Twenty-Eighth Sunday in Ordinary Time (José Antonio Pagola)

Ross Reyes DizonHomilies and reflections, Year BLeave a Comment

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We are lacking in one thing

The episode is told with special intensity. Jesus sets out on the road to Jerusalem, but before he departs from where he is, someone he does not know runs up to him and kneels down before him to stop him. He urgently needs Jesus.

He is not a sick person asking for healing. He is not a leper who, kneeling down, begs for mercy. His request is of a different order. What he is seeking from that good master is light to guide his life: What must I do to inherit eternal life? It is not a theoretical question, but an existential one. He is not talking about people in general; he wants to know what he personally must do.

Before anything else, Jesus reminds him that no one is good but God alone. Before posing the question regarding what we must do, we have to know that we live in the presence of a God who is good like no other: we need to find support for our life in his unfathomable goodness. Then, Jesus reminds him about this good God’s commandments. According to the biblical tradition, that is the way to eternal life.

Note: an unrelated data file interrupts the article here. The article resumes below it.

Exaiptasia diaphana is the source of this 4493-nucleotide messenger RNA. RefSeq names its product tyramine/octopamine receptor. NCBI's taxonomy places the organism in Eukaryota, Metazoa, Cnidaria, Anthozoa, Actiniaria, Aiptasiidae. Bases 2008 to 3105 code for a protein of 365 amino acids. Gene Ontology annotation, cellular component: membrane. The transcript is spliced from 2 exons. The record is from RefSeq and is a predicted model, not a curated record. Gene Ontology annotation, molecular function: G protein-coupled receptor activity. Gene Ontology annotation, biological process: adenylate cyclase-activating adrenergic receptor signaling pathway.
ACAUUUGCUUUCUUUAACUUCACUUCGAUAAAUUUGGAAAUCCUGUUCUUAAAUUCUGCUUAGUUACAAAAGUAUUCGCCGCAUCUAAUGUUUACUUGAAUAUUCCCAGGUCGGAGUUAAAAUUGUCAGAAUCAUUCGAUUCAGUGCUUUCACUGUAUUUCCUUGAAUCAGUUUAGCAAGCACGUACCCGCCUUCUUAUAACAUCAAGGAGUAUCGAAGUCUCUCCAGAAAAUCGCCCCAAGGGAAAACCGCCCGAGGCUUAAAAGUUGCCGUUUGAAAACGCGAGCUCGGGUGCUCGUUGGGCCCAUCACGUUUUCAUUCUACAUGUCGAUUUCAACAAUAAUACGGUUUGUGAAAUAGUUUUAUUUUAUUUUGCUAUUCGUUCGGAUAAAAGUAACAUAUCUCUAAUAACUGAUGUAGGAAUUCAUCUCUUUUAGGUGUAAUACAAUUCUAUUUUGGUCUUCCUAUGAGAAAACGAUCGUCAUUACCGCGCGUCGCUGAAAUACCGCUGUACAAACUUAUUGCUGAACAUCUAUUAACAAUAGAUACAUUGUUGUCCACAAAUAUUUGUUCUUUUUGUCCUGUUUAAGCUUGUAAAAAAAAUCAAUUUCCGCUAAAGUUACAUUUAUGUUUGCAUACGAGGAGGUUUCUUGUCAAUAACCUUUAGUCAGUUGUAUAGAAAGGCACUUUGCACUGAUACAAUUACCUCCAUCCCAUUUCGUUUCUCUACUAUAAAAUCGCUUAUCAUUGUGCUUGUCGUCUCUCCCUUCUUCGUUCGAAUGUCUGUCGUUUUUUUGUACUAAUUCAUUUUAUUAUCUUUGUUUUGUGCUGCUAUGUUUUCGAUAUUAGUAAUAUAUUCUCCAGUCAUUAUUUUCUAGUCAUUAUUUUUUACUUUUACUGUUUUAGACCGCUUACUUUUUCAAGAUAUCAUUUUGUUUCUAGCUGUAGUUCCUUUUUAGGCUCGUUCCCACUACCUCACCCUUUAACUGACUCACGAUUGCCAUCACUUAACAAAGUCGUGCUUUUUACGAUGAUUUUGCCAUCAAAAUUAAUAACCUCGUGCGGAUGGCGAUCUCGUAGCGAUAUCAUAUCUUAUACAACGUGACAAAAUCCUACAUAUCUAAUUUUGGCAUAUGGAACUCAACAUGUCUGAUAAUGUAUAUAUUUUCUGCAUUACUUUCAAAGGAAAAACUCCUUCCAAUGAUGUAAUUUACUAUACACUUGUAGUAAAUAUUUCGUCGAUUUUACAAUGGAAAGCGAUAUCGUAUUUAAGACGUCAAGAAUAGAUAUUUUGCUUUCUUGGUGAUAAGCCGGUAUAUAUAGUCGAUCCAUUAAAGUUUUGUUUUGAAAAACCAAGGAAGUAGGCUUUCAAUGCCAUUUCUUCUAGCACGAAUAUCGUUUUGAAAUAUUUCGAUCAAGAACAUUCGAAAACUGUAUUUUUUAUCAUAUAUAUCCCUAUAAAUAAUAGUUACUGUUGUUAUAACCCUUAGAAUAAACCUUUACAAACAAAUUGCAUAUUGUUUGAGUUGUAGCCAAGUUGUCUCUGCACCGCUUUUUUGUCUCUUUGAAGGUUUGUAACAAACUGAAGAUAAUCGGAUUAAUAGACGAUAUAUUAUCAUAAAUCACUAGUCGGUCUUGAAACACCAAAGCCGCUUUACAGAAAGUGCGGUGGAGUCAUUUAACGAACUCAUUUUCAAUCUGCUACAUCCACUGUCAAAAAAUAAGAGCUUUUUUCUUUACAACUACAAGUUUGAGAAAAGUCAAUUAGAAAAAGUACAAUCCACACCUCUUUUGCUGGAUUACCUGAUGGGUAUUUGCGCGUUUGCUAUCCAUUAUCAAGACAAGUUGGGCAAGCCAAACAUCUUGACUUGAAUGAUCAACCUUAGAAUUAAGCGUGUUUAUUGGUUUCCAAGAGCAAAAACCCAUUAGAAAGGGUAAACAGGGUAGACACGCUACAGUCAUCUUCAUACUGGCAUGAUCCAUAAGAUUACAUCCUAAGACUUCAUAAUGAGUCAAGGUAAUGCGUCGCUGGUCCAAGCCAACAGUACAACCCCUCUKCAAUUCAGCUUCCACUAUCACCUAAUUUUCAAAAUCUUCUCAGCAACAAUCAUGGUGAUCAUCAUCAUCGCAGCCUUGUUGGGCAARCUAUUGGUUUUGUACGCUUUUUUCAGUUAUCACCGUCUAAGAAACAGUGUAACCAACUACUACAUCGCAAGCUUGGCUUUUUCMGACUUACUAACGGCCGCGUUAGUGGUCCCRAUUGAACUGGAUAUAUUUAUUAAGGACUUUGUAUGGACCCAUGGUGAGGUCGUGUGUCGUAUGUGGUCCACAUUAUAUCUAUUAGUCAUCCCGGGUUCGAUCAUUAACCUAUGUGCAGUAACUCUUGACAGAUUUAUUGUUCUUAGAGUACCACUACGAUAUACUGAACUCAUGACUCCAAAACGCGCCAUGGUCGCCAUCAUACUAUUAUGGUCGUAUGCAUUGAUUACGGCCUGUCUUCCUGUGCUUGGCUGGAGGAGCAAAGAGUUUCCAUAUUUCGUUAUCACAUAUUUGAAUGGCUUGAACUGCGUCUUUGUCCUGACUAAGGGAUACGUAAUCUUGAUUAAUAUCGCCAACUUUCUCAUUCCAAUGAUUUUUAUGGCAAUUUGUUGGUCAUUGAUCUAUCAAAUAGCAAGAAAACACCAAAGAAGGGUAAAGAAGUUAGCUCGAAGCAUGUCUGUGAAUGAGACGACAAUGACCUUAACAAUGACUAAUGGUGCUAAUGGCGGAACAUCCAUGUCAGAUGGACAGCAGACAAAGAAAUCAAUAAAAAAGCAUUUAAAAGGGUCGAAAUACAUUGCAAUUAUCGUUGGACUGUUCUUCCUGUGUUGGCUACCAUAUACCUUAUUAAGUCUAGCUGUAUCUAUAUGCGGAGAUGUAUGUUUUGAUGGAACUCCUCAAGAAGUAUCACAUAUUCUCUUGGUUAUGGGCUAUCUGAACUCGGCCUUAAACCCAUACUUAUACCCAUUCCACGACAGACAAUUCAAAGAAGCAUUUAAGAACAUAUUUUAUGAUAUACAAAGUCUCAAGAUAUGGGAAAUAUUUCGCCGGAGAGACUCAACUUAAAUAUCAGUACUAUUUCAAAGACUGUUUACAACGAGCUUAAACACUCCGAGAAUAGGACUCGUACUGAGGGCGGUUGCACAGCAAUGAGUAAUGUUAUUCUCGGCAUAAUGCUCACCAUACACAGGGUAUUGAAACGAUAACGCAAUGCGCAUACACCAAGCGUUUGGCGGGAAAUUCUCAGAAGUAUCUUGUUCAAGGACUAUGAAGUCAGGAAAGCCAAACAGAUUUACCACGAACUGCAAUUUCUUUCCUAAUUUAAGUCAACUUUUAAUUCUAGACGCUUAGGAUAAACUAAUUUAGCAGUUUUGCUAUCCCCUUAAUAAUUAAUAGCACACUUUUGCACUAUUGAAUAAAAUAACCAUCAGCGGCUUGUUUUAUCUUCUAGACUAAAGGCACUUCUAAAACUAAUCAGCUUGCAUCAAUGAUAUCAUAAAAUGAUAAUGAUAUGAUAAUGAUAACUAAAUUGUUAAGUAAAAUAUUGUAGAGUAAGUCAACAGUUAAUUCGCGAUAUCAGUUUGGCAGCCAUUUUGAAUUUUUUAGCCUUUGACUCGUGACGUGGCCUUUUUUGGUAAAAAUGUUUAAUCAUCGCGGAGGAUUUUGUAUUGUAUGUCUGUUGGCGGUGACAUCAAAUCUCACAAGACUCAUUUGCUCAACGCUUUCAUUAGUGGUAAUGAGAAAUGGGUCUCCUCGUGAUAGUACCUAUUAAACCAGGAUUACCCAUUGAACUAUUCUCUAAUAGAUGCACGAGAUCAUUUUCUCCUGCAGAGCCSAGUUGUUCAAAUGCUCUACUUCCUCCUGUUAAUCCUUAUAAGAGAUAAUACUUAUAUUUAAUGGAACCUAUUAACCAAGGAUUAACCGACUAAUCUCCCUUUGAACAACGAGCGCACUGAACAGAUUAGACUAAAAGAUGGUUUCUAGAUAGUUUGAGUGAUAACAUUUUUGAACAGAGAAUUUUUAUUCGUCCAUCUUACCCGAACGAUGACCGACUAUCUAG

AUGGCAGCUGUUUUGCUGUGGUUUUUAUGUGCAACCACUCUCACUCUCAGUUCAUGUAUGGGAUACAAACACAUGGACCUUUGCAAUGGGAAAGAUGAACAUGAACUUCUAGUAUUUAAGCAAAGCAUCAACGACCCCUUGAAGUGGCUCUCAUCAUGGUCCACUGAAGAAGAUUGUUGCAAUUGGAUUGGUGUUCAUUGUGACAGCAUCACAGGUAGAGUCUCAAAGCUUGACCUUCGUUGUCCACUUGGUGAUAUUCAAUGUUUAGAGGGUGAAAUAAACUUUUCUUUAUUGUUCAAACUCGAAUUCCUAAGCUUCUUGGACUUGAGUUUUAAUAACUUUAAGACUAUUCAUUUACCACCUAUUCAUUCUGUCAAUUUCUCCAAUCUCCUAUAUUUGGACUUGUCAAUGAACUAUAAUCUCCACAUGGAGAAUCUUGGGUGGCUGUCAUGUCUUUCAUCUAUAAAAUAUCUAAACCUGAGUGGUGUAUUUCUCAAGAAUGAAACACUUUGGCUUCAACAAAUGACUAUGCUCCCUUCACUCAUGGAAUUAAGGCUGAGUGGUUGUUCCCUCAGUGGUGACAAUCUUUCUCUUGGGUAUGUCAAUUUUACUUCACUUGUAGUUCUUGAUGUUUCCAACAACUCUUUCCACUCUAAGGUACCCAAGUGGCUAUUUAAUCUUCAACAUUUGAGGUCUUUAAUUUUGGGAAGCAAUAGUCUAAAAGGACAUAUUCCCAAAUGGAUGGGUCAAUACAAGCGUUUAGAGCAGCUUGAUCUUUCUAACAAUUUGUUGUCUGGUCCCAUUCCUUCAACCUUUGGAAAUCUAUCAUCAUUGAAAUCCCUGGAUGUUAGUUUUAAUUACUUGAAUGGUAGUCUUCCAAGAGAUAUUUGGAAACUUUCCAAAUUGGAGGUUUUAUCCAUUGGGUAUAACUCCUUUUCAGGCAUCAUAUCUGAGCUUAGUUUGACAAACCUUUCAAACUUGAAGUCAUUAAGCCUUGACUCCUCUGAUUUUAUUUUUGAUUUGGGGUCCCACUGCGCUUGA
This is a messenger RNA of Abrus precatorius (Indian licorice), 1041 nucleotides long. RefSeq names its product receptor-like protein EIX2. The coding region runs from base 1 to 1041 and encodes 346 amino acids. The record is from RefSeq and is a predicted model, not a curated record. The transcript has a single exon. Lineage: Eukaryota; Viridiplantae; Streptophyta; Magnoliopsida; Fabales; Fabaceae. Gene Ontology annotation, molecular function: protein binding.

The man’s answer is admirable. He has fulfilled all this from his youth, but he feels inside himself a deeper aspiration. He is looking for something more. Jesus, looking at him, loved him. His gaze is already expressing the personal and intense relationship that he wants to establish with him.

Jesus understands very well his dissatisfaction: You are lacking in one thing. Even if this man’s life is blameless, he will not be fully satisfied by following his logic of doing what is commanded in order to inherit eternal life. There is in human beings a more profound aspiration.

Hence, Jesus invites him to direct his life from a new logic. The first is not to hold onto what he possesses: sell what you have. The second is to give to the poor. Finally, come, follow me. The two of them can travel together on the path towards God’s kingdom.

The man gets up and leaves Jesus. He forgets Jesus’ loving gaze and goes away sad. He knows that he will never be able to know the joy and freedom of those who follow Jesus. The explanation given us by Mark is that the man had many possessions.

  • Is not this the experience we satisfied Christians from rich countries have?
  • Do we not live trapped by material well-being?
  • Is not our religion lacking in practical love for the poor?
  • Do we not lack the joy and freedom of Jesus’ followers?

October 11, 2015
28 Ordinary Time (B)
Mark 10, 17-30

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